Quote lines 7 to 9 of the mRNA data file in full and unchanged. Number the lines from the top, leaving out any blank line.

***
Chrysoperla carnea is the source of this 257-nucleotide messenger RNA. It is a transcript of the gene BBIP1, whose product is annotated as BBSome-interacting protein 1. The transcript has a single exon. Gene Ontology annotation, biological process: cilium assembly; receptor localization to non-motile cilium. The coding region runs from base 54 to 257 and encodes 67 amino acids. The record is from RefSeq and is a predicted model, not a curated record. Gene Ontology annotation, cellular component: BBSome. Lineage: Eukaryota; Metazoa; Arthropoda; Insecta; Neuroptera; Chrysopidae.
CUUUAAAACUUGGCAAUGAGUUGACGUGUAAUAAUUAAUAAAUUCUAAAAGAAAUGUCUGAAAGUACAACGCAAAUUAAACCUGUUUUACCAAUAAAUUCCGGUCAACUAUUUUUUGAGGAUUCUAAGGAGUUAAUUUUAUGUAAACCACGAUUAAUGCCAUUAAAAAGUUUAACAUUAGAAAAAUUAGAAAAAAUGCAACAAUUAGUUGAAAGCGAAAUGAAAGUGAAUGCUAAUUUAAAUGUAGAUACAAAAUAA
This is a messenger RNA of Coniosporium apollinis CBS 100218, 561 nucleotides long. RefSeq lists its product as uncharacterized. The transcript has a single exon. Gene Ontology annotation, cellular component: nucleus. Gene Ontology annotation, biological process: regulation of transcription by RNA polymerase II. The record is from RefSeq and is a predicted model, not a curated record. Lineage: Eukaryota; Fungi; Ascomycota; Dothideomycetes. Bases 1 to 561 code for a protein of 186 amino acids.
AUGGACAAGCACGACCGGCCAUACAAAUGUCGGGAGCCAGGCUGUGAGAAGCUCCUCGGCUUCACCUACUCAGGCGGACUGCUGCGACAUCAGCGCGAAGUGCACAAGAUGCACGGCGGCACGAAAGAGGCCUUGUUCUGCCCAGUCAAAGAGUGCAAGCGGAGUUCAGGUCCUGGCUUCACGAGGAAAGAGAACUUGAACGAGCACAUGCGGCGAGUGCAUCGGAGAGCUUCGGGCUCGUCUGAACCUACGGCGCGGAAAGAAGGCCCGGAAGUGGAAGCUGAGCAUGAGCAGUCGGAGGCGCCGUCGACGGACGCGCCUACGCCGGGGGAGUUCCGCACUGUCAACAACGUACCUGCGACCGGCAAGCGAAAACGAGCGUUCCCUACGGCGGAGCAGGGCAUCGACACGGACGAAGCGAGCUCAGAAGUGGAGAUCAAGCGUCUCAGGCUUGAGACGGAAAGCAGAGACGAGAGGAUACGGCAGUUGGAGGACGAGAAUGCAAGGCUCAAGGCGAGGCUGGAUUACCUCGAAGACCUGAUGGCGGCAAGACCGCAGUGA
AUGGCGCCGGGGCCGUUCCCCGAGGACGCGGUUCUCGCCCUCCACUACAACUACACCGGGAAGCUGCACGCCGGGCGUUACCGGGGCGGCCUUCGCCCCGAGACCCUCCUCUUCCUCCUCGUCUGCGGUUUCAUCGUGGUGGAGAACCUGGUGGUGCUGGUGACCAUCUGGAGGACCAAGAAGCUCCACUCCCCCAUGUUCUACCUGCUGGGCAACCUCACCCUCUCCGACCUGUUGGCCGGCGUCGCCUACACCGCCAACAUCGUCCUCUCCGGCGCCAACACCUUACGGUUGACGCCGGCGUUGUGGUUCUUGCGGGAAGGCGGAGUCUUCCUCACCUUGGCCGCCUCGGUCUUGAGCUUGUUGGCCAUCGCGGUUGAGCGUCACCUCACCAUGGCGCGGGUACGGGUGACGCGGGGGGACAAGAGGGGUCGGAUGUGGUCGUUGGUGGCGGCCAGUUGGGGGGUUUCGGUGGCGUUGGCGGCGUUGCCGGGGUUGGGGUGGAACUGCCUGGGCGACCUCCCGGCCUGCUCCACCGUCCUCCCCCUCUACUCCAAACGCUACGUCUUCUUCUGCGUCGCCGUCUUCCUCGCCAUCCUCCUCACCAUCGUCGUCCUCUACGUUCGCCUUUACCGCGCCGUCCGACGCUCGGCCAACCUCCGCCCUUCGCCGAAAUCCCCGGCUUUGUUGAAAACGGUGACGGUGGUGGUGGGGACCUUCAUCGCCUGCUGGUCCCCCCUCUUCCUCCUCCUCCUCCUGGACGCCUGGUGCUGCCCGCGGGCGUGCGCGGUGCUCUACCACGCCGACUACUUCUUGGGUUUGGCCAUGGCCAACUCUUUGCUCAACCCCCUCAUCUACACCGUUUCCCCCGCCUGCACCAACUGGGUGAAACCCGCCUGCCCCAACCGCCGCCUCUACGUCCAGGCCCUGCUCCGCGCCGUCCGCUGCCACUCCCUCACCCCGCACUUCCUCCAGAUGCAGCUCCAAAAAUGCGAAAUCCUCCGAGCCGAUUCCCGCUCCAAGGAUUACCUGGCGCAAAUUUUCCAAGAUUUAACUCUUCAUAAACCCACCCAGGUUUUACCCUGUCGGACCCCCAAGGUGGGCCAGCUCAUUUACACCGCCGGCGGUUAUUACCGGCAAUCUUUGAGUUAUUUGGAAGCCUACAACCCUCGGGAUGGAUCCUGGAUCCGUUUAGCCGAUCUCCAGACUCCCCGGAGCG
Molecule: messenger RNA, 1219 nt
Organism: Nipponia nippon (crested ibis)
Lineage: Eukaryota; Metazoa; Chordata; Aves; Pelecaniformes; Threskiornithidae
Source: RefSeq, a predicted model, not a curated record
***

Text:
Organism: Nipponia nippon (crested ibis)
Lineage: Eukaryota; Metazoa; Chordata; Aves; Pelecaniformes; Threskiornithidae
Source: RefSeq, a predicted model, not a curated record